This past summer Cindy fell and injured her knee which later required surgery and weeks of recovery which led to job loss. These setbacks, along with thefts and constant trauma in the lives of her children and grandchildren, only draw Cindy nearer to Immanuel. She writes: “In my devotions this morning it talked about hopefully my life being that burning bush when Moses did not see the burning bush but saw God. Hopefully I pray that is what my life is or will be like. I’m working on it or I should say He’s working on me. “


Advent 1

“Come, Lord Jesus. Come, Lord Jesus. Come and be born in our hearts.”

The youngest of three sons, Sekou was born 20 years ago while his parents were living in Sierra Leone. Before the war their father abandoned them and soon their mother brought the boys back to her hometown in Guinea where her mother was employed by a missionary family.

At age five Sekou was weak and often sick.  His older brothers were in a Bible class with Brenda, another missionary. She prayed for Sekou’s healing, and he was healed. It would be ten years before he fully recognized Jesus as the Healer, but he would always remember receiving that new life.

One of my sister Joyce’s first memories of Sekou was in her English class at the Center of Hope: “He used to go outside into the courtyard to perform the Muslim prayers at 4:30 right in the middle of the class period. He was serious about God already then.” When his oldest brother left Islam to follow Jesus Sekou was angry. He began studying the Bible to prove it false. Instead, God’s Word drew him to the Light of the world.

In 2008 Sekou told Joyce this dream he had. First he was in a big, rundown car with his mother and brothers and the Fulbe believers; Joyce was driving on a winding road through the forest in the dark; the lights went out and Joyce continued driving carefully and without accident; when she stopped to fix the lights Sekou tried to help but Joyce said she could do it; she did and they continued on. Then he was in a nice car with his uncle’s family in Conakry; when Sekou asked to get back in after a pit stop his uncle took off without him; he ran after the car as fast as he could but it didn’t stop; he watched in alarm as the car hit a tree and landed upside-down in the branches; someone fell out into the water and drowned; others were hurt.

Sekou told Joyce this dream was from God at a time when he was facing a big decision. He had failed the big end-of-high-school exam (possibly because of corruption in the grading process): now he could repeat his senior year at home continuing involvement with the fledgling church or he could take up his uncle’s offer to pay for him to repeat his senior year at a private high school in Conakry where he would live in a Muslim household and be under great pressure to return to Islam. Sekou prayed to his heavenly Father asking for guidance, fell into a fitful sleep, and that’s when the dream came.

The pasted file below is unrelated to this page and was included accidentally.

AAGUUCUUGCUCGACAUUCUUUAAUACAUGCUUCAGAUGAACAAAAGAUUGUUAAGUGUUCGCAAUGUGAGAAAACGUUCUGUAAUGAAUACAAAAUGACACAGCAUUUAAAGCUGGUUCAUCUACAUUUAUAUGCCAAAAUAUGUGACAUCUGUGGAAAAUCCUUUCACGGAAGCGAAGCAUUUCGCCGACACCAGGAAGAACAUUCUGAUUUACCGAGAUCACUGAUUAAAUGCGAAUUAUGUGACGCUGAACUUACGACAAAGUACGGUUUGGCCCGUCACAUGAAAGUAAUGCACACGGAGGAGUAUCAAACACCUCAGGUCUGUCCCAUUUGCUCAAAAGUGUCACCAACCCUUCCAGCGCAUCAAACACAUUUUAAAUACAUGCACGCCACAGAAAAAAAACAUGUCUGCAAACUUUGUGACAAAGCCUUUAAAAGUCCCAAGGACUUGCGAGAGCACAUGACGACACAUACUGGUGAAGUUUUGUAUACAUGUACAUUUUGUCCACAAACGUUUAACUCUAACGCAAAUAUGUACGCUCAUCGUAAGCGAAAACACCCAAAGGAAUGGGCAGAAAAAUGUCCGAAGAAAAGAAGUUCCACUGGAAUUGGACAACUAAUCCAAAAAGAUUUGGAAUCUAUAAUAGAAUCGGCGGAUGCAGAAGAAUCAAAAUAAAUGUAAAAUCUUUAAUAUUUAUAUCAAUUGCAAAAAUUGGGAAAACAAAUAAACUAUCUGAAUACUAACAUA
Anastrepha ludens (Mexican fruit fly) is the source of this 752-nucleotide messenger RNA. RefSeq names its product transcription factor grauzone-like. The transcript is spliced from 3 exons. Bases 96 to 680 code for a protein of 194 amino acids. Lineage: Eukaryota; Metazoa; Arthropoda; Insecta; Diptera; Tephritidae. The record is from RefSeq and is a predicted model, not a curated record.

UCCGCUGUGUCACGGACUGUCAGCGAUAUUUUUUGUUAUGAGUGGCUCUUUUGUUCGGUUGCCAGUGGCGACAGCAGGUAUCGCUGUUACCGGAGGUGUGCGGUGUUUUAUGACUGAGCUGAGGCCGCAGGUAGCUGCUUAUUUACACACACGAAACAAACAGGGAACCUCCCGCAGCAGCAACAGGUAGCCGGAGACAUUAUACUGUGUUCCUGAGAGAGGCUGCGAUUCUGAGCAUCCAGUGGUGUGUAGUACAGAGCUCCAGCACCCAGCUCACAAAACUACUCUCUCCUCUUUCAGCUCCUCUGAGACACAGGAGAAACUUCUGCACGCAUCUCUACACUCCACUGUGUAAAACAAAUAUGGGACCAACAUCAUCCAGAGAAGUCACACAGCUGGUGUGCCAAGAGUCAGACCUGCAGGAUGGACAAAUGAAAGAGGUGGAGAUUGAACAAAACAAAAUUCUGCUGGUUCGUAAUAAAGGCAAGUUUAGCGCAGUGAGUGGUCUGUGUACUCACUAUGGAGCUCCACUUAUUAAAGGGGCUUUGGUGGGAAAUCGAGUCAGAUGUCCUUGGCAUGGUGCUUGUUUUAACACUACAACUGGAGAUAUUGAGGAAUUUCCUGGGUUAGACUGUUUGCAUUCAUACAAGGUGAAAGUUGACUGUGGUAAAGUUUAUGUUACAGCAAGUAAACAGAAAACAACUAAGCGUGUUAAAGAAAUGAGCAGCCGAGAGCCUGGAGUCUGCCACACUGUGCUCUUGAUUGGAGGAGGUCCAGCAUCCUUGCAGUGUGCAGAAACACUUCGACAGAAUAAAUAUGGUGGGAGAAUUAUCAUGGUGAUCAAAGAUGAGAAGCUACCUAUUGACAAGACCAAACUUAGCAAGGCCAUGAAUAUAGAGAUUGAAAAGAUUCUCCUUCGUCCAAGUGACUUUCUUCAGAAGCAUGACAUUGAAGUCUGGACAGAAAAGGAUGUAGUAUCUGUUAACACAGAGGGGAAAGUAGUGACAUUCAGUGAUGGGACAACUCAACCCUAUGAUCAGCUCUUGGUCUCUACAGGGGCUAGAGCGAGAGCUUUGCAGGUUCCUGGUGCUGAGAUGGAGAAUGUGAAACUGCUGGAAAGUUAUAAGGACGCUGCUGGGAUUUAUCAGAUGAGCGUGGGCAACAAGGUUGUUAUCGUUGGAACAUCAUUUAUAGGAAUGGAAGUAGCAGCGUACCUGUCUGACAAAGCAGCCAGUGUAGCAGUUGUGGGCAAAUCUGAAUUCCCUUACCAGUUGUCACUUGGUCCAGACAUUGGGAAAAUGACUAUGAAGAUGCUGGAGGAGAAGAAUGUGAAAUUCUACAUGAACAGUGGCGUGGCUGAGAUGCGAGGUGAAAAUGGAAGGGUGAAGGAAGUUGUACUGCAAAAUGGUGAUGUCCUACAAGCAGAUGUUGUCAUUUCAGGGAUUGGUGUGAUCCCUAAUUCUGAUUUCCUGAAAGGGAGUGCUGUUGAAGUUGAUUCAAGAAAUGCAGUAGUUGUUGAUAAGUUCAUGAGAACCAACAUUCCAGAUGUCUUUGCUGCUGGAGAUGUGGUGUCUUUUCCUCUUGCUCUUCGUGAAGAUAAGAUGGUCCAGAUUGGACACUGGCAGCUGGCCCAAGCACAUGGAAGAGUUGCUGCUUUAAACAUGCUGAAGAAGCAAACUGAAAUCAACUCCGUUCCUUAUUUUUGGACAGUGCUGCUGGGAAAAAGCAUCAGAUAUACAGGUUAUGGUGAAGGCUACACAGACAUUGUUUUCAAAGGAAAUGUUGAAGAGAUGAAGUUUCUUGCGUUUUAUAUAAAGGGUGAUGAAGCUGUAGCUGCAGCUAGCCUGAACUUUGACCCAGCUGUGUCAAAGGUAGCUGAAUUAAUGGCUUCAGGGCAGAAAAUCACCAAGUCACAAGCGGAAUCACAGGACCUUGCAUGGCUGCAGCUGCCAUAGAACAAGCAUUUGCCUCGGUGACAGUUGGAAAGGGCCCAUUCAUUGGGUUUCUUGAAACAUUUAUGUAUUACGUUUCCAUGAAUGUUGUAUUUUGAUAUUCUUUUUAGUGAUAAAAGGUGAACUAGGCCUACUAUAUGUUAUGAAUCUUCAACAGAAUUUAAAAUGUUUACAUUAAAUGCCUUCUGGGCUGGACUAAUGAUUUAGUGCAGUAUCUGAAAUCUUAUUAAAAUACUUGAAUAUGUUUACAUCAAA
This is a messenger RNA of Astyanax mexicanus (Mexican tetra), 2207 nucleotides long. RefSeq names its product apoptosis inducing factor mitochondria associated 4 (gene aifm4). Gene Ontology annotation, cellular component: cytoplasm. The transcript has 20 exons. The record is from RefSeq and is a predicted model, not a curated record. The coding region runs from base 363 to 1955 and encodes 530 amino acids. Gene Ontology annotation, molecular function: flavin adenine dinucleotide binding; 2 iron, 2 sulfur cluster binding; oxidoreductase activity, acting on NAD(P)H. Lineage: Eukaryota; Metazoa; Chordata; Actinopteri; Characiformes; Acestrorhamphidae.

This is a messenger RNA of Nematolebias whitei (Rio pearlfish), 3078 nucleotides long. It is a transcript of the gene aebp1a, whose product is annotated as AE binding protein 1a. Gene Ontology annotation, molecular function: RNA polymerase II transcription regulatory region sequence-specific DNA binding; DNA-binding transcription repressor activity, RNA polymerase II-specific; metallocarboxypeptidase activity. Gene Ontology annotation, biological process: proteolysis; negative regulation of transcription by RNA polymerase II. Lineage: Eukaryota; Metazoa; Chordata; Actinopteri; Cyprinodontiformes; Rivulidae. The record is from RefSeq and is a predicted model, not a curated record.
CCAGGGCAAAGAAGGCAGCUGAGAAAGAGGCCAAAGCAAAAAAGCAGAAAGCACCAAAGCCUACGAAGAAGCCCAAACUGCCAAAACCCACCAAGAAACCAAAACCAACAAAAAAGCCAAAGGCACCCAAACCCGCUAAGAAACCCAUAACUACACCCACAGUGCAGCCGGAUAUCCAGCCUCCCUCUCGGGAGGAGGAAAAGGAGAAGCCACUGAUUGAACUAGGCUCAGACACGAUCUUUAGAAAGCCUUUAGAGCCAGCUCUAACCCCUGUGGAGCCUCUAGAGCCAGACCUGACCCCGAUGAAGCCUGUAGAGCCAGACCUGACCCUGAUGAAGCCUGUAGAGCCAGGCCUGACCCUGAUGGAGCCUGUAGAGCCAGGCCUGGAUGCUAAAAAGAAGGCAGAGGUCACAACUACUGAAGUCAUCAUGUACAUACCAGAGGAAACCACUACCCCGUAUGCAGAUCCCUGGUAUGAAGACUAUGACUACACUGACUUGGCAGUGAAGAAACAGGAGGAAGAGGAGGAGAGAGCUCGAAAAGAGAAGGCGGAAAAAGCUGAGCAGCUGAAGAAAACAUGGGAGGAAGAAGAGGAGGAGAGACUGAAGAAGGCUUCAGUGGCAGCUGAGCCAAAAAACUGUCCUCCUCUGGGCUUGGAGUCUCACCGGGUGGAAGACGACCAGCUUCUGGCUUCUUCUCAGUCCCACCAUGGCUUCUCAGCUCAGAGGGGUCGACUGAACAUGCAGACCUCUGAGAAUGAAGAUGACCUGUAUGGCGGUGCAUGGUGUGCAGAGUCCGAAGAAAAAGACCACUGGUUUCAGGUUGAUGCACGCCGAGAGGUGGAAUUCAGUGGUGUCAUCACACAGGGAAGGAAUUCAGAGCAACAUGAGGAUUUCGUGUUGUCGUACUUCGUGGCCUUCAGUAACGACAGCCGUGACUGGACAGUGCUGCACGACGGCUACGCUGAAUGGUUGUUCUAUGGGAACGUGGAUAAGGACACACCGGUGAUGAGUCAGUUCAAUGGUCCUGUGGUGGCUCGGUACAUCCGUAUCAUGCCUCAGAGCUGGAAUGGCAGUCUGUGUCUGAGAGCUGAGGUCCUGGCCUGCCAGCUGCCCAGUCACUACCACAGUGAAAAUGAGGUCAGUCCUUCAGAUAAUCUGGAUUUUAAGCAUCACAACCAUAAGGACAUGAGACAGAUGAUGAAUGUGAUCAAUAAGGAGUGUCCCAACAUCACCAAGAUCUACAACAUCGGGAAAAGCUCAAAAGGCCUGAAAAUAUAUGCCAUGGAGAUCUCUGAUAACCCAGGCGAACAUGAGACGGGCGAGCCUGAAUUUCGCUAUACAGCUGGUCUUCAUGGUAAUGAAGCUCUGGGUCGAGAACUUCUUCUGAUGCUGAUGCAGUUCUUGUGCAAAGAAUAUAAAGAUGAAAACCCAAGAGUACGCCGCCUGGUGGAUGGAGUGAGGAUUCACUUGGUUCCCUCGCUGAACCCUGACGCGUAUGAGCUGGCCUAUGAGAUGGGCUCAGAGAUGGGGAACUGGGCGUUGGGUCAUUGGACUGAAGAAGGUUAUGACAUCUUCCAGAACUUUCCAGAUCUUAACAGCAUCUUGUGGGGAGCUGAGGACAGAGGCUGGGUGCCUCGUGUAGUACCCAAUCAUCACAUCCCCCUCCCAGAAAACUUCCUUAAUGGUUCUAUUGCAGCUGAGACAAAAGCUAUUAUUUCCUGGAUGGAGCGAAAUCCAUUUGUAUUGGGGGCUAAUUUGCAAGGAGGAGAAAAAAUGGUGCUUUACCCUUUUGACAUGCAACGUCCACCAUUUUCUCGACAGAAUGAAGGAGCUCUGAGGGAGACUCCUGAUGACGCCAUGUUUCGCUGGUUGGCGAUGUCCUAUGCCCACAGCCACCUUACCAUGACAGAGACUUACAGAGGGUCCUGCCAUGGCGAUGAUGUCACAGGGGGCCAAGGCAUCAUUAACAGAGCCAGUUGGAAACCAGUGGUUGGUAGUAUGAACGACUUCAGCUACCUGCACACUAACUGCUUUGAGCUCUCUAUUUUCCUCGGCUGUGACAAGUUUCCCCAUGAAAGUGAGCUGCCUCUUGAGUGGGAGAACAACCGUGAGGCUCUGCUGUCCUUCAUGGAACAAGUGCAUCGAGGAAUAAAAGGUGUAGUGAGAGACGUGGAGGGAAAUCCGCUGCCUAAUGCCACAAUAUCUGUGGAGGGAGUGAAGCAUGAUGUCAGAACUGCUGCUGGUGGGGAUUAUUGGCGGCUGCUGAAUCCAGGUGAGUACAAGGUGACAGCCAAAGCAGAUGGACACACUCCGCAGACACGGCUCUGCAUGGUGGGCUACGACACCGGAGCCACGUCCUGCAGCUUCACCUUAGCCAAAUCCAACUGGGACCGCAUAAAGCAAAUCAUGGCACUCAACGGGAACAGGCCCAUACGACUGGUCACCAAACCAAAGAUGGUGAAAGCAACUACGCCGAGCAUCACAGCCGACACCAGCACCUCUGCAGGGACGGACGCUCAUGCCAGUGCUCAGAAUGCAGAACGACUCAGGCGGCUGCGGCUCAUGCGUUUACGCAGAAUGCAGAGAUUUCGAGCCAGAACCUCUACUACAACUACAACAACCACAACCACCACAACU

During his extra year at home Sekou worked with other young men and boys at the Center of Hope studying English and computer, participating in Bible study, playing basketball and other games. On his second try he passed the exam, and his first year at university was successful as well. Meanwhile inflation surged, and programs at the Center of Hope languished.

Last June Sekou came home for summer break rather than staying in Conakry where he could have had a job.  The Center came alive again as a place to socialize and learn. Sekou gave basic computer training and internet connection for a fee, plus he offered introductory English classes. The Center’s five copies of Jesus and Muhammad: Profound Differences and Surprising Similarities were in constant demand. Sekou’s middle brother began to follow Jesus as well. In fact, now that Sekou is in his second year at the university, this brother and another new believer are in charge of the computer room at the Center.

On December 10 Sekou is scheduled to take the TOEFL exam since he’s applied to Dordt College in Iowa (at Joyce and Dave’s suggestion). He is trusting God with the outcome, not obsessed with going to school in the US, believing God has a future for him in Guinea either way.

This Advent I’m rejoicing with Sekou and people all over the world in whose hearts Jesus is born.